About mental health in Kenya
One in four people around the world will experience a mental health problem in their lifetime. Those affected can face isolation, exclusion from work and family life, increased poverty, high healthcare costs and abuses of their human rights. Kenya is one of the five Time to Change Global pilot countries. We're working in partnership to run a pilot campaign to tackle mental health stigma and discrimination in Nairobi, Kenya's capital city.
The 2011 Kenya National Commission of Human Rights report on the Mental Health System in Kenya estimated that up to 25% of outpatients and 40% of inpatients in health facilities in Kenya suffer from some form of mental health condition.
In a country of more than 47 million people, World Health Organisaiton data shows that there are just 92 psychiatrists working in the country.
Download the 2017 report on the provision of mental healthcare services in Kenya to find out more about mental health services in the country.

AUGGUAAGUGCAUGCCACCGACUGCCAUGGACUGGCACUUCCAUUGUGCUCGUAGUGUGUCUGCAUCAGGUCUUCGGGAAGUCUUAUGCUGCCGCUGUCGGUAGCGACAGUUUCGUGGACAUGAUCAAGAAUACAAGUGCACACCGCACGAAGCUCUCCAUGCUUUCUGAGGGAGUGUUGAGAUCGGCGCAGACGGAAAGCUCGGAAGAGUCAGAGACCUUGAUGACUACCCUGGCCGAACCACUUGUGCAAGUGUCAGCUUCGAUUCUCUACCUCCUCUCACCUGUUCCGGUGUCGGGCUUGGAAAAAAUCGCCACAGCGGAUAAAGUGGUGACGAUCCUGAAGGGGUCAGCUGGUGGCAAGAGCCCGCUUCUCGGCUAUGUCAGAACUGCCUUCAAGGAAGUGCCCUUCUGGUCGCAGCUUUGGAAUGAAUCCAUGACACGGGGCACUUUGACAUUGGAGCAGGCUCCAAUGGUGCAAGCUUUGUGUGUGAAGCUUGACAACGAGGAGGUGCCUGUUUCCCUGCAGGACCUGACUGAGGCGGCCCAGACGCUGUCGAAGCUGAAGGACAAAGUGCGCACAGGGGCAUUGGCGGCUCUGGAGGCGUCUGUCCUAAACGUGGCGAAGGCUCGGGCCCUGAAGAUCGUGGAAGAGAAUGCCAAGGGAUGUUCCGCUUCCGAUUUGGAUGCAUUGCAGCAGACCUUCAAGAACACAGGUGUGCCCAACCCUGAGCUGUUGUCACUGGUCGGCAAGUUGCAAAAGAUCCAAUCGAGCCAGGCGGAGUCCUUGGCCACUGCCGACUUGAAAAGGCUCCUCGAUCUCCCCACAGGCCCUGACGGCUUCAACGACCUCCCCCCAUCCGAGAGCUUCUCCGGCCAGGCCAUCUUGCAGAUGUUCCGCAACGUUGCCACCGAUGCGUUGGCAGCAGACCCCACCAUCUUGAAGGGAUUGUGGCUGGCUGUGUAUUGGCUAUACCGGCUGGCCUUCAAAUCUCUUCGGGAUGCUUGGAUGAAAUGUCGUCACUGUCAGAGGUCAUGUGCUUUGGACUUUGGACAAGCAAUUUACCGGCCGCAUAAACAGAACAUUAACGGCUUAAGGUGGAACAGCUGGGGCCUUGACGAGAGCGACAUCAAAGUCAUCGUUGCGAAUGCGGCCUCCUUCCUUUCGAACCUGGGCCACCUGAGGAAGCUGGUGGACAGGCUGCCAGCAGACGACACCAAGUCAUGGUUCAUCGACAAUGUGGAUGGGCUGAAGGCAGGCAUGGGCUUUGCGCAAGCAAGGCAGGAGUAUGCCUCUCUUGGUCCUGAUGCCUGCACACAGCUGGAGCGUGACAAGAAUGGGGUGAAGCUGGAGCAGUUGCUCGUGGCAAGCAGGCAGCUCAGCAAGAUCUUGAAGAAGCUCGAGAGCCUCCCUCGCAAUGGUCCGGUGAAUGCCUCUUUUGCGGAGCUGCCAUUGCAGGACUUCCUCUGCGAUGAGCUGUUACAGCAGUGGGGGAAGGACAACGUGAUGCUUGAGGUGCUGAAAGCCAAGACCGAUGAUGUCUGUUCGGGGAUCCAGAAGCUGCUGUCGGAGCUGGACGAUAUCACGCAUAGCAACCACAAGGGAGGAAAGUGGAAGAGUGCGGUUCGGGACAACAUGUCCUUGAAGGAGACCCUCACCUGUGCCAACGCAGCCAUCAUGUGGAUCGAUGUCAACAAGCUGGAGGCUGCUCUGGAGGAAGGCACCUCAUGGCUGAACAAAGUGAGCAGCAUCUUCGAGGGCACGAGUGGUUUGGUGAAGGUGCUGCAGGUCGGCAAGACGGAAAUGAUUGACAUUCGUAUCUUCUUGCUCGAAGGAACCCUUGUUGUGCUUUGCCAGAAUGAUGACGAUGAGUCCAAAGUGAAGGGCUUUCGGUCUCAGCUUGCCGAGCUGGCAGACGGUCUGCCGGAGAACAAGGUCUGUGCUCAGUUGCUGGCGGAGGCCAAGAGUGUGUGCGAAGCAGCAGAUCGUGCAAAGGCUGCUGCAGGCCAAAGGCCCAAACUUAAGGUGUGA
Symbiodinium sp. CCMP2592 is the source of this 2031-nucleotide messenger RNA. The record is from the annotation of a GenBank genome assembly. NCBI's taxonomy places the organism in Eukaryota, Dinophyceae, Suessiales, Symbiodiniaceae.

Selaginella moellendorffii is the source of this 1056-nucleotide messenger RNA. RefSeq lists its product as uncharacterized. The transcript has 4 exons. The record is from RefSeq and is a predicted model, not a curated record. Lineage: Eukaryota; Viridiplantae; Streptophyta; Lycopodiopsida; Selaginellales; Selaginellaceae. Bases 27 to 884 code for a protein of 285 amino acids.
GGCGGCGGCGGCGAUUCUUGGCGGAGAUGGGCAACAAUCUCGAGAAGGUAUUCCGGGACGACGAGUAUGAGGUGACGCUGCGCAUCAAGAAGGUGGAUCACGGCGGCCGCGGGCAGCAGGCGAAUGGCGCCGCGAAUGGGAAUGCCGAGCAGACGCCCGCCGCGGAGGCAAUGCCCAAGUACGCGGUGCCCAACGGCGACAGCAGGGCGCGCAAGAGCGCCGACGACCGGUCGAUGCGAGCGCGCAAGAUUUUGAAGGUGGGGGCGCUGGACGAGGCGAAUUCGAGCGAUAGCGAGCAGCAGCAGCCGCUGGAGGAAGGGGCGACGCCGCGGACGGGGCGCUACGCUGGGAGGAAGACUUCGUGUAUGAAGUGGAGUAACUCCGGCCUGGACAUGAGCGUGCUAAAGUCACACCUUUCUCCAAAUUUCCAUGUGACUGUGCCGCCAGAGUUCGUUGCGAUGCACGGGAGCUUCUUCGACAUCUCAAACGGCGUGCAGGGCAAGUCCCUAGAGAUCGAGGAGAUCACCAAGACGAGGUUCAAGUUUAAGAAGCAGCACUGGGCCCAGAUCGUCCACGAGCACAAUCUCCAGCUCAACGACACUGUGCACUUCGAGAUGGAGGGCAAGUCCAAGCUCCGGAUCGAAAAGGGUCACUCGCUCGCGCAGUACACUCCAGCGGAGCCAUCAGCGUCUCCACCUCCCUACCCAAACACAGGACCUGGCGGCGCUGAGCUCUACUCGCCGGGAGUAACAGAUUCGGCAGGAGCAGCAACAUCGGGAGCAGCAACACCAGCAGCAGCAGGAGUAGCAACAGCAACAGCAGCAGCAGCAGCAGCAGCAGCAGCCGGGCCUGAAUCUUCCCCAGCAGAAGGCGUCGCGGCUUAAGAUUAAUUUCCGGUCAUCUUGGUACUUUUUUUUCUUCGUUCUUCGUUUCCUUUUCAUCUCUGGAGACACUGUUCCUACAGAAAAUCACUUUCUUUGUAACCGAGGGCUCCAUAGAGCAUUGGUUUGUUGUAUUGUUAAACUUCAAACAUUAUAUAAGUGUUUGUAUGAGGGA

Focus group research carried out in Nairobi by Global Research Insights on behalf of Time to Change Global showed that mental health is misunderstood among the public, with many people associating mental health with violent tendencies and unpredictability.
Read the full research report from Global Research Insights along with recommendations on how to reduce stigma and build empathy towards people with mental health problems (PDF).
"Mental health is still spoken about really badly in Kenya. We have a Swahili expression, ‘mwenda wazimu’, which means mad man or mad person. There’s so much misunderstanding. There is lots of push-back on the fact people should behave themselves - they should not be sick." (Wairimu)
About our local partner in Kenya
Basic Needs Basic Rights Kenya (BNBR) was founded in 2005 to support people with mental disorders, those at risk, and their caregivers to live and work successfully in their communities. BNBR has a long history of developing pro-active approaches to mental wellbeing, as well as delivering reactive mental health services to those in need. Through such programmes, they’ve supported more than 105,000 people with mental illness or epilepsy, their carers and family members.
Through programmes and support services in Nairobi, Central, Eastern, Western and Rift Valley Provinces, BNBR supports target groups including nomadic communities, the socioeconomically disadvantaged, and vulnerable children and young people in both rural and urban areas.
Alongside our partner CBM, we worked with Basic Needs Basic Rights Kenya to co-develop, test, deliver and evaluate a pilot anti-stigma campaign in Nairobi. At the heart of our partnership is a shared belief that people with experience of mental health problems must lead the change around stigma and discrimination.